Ultra Violet (Isabelle Collin Dufresne) died on 14 June 2014 of cancer at Beth Israel Hospital, NY.
Ultra Violet's art was included in the Audart exhibition commemorating the tenth anniversary of Warhol's death in 1997. In August - October 2004 she exhibited at the Washington County Museum of Fine Art and during 2004/05 her work was shown at the Gallerie Ferrero in Nice. Her work was also included in the Andy Warhol birthday exhibit at the Shoreham Hotel in 2005 and exhibitions in Houston, Paris, Seattle and the Czech Republic in 2006.
Ultra is sometimes referred to as having been romantically involved with the artists Salvador Dali and John Graham. Graham's correspondence with Ultra is among his papers in the Smithsonian's Archives of American Art. (See "R.I.P. Ultra Violet.")
After her time with Warhol, she became a Mormon:
Alex Caldiero ("Andy Warhol Meets Joseph Smith: Rembering Ultra Violet," Salt Lake City Weekly's Daily Feed, 23 July 2014):
"She [Ultra Violet] told me of how after a near-death experience due to illness, she began to seek for a higher truth and a higher power than that promised by the impresario of fame and glamor...and how in her search she encountered two Mormon missionaries who changed her life. She received a burning testimony of the truthfulness of the restored Gospel and Joseph Smith as true prophet of God and the instrument thru which the truth was restored upon the earth in these latter days. She told me of how the Holy Ghost came upon her and revealed the error of her ways and how the light of truth shined upon her and so she underwent a spiritual transformation. She saw the error of her ways, and she was born again. Thus she left behind the life of sex and drugs and partying and debauchery and sin. Through her conversion Ultra emerged a latter-day saint. And from that day on, she was an active and upstanding member of the LDS Church, humbled by her calling as the Homemaking Leader in the Relief Society of the Manhattan ward...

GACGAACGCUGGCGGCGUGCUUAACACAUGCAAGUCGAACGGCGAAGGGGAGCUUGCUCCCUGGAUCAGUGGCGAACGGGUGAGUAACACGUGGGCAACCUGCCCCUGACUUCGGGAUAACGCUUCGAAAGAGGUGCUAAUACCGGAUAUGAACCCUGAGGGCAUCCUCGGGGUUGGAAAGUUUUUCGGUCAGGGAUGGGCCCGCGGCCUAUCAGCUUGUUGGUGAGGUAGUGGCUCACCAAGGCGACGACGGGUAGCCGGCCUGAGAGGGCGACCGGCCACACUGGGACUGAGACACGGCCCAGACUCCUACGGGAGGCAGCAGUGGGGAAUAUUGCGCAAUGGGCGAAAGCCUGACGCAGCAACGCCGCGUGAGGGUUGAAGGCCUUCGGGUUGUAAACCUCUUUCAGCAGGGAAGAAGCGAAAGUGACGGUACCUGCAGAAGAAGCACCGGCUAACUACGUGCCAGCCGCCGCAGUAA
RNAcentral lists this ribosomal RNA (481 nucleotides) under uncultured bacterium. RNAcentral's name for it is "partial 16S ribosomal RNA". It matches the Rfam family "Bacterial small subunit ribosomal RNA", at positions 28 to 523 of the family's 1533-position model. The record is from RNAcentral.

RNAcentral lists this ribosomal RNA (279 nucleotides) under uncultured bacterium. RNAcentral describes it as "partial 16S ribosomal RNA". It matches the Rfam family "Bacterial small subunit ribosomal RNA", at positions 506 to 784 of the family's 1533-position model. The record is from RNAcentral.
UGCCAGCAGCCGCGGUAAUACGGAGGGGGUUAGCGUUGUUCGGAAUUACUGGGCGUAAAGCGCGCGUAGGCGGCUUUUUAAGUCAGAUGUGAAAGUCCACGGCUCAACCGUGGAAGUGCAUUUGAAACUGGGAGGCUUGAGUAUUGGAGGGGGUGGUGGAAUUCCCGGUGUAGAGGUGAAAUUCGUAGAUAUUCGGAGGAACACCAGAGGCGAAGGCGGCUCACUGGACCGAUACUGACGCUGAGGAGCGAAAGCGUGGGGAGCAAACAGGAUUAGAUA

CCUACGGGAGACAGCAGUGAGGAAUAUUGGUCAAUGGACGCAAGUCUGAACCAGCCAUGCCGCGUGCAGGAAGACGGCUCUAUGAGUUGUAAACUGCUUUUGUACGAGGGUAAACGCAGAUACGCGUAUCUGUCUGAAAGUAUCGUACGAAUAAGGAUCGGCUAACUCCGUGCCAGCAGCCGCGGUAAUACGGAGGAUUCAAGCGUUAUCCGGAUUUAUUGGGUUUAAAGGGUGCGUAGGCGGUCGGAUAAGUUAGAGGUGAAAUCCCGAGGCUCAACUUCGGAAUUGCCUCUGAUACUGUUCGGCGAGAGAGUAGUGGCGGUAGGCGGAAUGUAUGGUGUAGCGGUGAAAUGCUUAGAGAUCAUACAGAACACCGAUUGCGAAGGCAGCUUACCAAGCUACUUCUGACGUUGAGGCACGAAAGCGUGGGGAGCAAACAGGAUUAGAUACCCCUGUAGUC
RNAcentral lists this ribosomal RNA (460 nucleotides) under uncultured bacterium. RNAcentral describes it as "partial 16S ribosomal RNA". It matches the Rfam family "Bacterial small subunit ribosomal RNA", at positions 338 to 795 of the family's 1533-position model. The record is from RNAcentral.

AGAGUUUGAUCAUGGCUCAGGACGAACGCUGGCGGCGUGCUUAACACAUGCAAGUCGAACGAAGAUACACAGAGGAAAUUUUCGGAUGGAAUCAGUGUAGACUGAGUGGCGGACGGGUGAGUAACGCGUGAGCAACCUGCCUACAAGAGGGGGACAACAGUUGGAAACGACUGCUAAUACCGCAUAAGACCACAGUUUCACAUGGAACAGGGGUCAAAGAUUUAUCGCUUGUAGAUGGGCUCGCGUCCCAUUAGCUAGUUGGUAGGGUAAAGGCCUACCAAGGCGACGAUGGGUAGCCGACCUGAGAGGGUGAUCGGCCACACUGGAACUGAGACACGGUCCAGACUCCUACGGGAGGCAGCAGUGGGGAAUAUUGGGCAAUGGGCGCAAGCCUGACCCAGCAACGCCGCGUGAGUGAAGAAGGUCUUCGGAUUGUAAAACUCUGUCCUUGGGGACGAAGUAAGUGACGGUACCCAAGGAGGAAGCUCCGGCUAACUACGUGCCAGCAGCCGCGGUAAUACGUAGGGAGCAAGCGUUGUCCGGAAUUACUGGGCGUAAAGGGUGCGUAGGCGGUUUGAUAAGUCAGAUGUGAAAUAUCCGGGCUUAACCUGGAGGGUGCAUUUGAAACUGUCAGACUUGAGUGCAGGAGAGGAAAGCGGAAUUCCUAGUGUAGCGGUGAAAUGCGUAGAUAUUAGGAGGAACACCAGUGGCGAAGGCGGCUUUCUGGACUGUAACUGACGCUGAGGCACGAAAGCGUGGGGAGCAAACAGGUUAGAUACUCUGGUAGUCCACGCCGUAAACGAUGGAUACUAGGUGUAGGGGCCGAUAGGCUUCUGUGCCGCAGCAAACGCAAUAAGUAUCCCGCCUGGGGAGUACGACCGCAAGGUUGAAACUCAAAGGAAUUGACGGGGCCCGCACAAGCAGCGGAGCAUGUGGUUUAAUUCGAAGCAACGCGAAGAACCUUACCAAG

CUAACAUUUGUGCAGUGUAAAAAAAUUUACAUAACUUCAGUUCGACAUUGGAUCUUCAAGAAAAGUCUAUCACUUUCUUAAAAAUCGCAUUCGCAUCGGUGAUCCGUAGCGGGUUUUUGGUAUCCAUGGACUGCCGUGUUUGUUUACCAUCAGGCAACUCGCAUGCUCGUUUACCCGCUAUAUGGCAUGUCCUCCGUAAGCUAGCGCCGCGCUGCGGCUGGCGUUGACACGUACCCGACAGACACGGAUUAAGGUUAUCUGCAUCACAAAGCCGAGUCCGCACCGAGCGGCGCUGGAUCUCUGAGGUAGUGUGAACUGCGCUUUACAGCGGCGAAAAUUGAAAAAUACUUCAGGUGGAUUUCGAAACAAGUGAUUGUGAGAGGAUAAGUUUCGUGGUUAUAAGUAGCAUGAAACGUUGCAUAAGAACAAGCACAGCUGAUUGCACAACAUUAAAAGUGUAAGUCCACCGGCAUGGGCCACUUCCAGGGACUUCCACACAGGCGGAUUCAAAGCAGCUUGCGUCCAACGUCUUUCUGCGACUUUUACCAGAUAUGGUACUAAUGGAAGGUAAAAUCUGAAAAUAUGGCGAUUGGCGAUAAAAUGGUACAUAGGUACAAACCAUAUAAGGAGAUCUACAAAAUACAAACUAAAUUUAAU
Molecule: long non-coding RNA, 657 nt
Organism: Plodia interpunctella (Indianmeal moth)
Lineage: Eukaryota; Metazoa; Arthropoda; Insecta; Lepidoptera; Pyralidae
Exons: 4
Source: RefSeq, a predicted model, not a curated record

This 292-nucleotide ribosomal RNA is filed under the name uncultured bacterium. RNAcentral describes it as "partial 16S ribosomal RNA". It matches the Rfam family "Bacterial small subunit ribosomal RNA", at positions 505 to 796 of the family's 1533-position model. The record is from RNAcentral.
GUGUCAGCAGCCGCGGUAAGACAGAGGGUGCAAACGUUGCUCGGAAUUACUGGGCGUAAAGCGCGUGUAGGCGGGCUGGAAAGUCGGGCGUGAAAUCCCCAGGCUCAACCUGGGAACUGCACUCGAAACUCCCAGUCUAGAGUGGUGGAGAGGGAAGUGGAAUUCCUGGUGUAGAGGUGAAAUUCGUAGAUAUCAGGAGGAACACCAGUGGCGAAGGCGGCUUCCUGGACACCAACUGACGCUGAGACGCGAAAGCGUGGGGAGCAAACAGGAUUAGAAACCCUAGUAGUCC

When I pressed her again to tell me about the people she knew, such as Duchamp, her only response was: 'Too much homosexuality.'"
Ultra Violet and Tom Baker in I, a man